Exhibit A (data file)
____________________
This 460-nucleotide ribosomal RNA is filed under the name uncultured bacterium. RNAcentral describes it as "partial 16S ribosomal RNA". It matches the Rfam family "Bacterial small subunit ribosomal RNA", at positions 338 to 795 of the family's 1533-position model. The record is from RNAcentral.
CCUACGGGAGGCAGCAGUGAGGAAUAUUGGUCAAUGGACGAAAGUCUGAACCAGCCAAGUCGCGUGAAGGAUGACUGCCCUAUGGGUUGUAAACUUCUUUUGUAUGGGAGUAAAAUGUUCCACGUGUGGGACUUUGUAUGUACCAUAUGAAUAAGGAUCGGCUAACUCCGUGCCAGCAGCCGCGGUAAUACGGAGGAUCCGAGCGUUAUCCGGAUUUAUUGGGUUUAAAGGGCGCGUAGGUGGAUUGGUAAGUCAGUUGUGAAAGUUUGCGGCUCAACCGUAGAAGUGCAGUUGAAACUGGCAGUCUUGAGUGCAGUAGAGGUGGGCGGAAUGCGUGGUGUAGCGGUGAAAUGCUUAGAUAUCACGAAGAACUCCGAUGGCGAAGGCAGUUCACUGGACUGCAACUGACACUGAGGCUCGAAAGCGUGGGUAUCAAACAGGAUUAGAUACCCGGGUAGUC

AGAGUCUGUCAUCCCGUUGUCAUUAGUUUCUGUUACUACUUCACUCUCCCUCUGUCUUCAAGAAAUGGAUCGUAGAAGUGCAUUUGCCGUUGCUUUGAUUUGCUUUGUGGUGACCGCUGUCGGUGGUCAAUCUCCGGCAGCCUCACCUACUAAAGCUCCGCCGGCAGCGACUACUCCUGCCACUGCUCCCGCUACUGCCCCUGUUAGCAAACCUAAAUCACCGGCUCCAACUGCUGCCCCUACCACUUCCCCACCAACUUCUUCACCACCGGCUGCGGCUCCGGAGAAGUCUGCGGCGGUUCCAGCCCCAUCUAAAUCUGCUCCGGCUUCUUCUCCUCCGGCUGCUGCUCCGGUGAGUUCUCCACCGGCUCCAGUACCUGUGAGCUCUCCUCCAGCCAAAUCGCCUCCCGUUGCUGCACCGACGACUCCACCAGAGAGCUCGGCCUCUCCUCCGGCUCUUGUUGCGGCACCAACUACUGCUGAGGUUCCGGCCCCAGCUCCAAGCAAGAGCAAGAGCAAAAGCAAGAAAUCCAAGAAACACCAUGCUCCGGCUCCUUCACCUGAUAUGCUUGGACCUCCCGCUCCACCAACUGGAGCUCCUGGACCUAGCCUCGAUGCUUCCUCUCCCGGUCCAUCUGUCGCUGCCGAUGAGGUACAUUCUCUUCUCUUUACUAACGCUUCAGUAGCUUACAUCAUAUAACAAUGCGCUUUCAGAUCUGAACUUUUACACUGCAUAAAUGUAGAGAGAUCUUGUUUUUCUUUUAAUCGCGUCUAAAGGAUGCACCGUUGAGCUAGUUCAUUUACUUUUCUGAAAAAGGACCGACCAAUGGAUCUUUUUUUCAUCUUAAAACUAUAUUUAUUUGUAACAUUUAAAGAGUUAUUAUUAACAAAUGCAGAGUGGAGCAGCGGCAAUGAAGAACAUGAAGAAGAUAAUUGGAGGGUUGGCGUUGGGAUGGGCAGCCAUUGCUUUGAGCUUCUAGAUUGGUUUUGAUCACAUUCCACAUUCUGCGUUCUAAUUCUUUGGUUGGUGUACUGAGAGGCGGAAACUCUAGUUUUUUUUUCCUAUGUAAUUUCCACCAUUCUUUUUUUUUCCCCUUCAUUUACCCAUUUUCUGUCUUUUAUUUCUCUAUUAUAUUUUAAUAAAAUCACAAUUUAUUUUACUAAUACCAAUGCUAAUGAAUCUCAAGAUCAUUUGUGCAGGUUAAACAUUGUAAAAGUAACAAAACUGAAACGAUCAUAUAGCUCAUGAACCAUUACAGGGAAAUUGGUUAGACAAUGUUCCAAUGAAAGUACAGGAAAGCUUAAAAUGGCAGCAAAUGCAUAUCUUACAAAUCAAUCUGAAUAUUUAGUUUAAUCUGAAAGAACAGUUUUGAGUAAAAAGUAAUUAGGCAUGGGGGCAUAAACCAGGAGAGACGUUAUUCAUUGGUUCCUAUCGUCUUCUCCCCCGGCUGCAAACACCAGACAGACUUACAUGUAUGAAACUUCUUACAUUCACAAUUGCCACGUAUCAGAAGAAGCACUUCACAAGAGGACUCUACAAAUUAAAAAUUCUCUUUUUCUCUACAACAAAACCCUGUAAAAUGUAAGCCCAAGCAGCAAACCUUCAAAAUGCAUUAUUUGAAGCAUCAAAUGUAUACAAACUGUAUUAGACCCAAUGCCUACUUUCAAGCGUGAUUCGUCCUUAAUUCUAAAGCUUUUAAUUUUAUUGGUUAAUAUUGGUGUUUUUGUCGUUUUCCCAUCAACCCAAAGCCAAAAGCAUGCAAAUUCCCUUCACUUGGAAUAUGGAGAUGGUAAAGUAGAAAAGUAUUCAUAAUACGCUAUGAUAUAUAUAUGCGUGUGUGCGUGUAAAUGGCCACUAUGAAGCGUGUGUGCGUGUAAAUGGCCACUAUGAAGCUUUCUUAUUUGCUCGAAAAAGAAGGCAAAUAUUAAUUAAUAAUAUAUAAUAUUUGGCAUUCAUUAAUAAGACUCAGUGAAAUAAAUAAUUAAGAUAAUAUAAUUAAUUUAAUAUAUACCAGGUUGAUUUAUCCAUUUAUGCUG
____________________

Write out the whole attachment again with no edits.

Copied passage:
This 460-nucleotide ribosomal RNA is filed under the name uncultured bacterium. RNAcentral describes it as "partial 16S ribosomal RNA". It matches the Rfam family "Bacterial small subunit ribosomal RNA", at positions 338 to 795 of the family's 1533-position model. The record is from RNAcentral.
CCUACGGGAGGCAGCAGUGAGGAAUAUUGGUCAAUGGACGAAAGUCUGAACCAGCCAAGUCGCGUGAAGGAUGACUGCCCUAUGGGUUGUAAACUUCUUUUGUAUGGGAGUAAAAUGUUCCACGUGUGGGACUUUGUAUGUACCAUAUGAAUAAGGAUCGGCUAACUCCGUGCCAGCAGCCGCGGUAAUACGGAGGAUCCGAGCGUUAUCCGGAUUUAUUGGGUUUAAAGGGCGCGUAGGUGGAUUGGUAAGUCAGUUGUGAAAGUUUGCGGCUCAACCGUAGAAGUGCAGUUGAAACUGGCAGUCUUGAGUGCAGUAGAGGUGGGCGGAAUGCGUGGUGUAGCGGUGAAAUGCUUAGAUAUCACGAAGAACUCCGAUGGCGAAGGCAGUUCACUGGACUGCAACUGACACUGAGGCUCGAAAGCGUGGGUAUCAAACAGGAUUAGAUACCCGGGUAGUC

AGAGUCUGUCAUCCCGUUGUCAUUAGUUUCUGUUACUACUUCACUCUCCCUCUGUCUUCAAGAAAUGGAUCGUAGAAGUGCAUUUGCCGUUGCUUUGAUUUGCUUUGUGGUGACCGCUGUCGGUGGUCAAUCUCCGGCAGCCUCACCUACUAAAGCUCCGCCGGCAGCGACUACUCCUGCCACUGCUCCCGCUACUGCCCCUGUUAGCAAACCUAAAUCACCGGCUCCAACUGCUGCCCCUACCACUUCCCCACCAACUUCUUCACCACCGGCUGCGGCUCCGGAGAAGUCUGCGGCGGUUCCAGCCCCAUCUAAAUCUGCUCCGGCUUCUUCUCCUCCGGCUGCUGCUCCGGUGAGUUCUCCACCGGCUCCAGUACCUGUGAGCUCUCCUCCAGCCAAAUCGCCUCCCGUUGCUGCACCGACGACUCCACCAGAGAGCUCGGCCUCUCCUCCGGCUCUUGUUGCGGCACCAACUACUGCUGAGGUUCCGGCCCCAGCUCCAAGCAAGAGCAAGAGCAAAAGCAAGAAAUCCAAGAAACACCAUGCUCCGGCUCCUUCACCUGAUAUGCUUGGACCUCCCGCUCCACCAACUGGAGCUCCUGGACCUAGCCUCGAUGCUUCCUCUCCCGGUCCAUCUGUCGCUGCCGAUGAGGUACAUUCUCUUCUCUUUACUAACGCUUCAGUAGCUUACAUCAUAUAACAAUGCGCUUUCAGAUCUGAACUUUUACACUGCAUAAAUGUAGAGAGAUCUUGUUUUUCUUUUAAUCGCGUCUAAAGGAUGCACCGUUGAGCUAGUUCAUUUACUUUUCUGAAAAAGGACCGACCAAUGGAUCUUUUUUUCAUCUUAAAACUAUAUUUAUUUGUAACAUUUAAAGAGUUAUUAUUAACAAAUGCAGAGUGGAGCAGCGGCAAUGAAGAACAUGAAGAAGAUAAUUGGAGGGUUGGCGUUGGGAUGGGCAGCCAUUGCUUUGAGCUUCUAGAUUGGUUUUGAUCACAUUCCACAUUCUGCGUUCUAAUUCUUUGGUUGGUGUACUGAGAGGCGGAAACUCUAGUUUUUUUUUCCUAUGUAAUUUCCACCAUUCUUUUUUUUUCCCCUUCAUUUACCCAUUUUCUGUCUUUUAUUUCUCUAUUAUAUUUUAAUAAAAUCACAAUUUAUUUUACUAAUACCAAUGCUAAUGAAUCUCAAGAUCAUUUGUGCAGGUUAAACAUUGUAAAAGUAACAAAACUGAAACGAUCAUAUAGCUCAUGAACCAUUACAGGGAAAUUGGUUAGACAAUGUUCCAAUGAAAGUACAGGAAAGCUUAAAAUGGCAGCAAAUGCAUAUCUUACAAAUCAAUCUGAAUAUUUAGUUUAAUCUGAAAGAACAGUUUUGAGUAAAAAGUAAUUAGGCAUGGGGGCAUAAACCAGGAGAGACGUUAUUCAUUGGUUCCUAUCGUCUUCUCCCCCGGCUGCAAACACCAGACAGACUUACAUGUAUGAAACUUCUUACAUUCACAAUUGCCACGUAUCAGAAGAAGCACUUCACAAGAGGACUCUACAAAUUAAAAAUUCUCUUUUUCUCUACAACAAAACCCUGUAAAAUGUAAGCCCAAGCAGCAAACCUUCAAAAUGCAUUAUUUGAAGCAUCAAAUGUAUACAAACUGUAUUAGACCCAAUGCCUACUUUCAAGCGUGAUUCGUCCUUAAUUCUAAAGCUUUUAAUUUUAUUGGUUAAUAUUGGUGUUUUUGUCGUUUUCCCAUCAACCCAAAGCCAAAAGCAUGCAAAUUCCCUUCACUUGGAAUAUGGAGAUGGUAAAGUAGAAAAGUAUUCAUAAUACGCUAUGAUAUAUAUAUGCGUGUGUGCGUGUAAAUGGCCACUAUGAAGCGUGUGUGCGUGUAAAUGGCCACUAUGAAGCUUUCUUAUUUGCUCGAAAAAGAAGGCAAAUAUUAAUUAAUAAUAUAUAAUAUUUGGCAUUCAUUAAUAAGACUCAGUGAAAUAAAUAAUUAAGAUAAUAUAAUUAAUUUAAUAUAUACCAGGUUGAUUUAUCCAUUUAUGCUG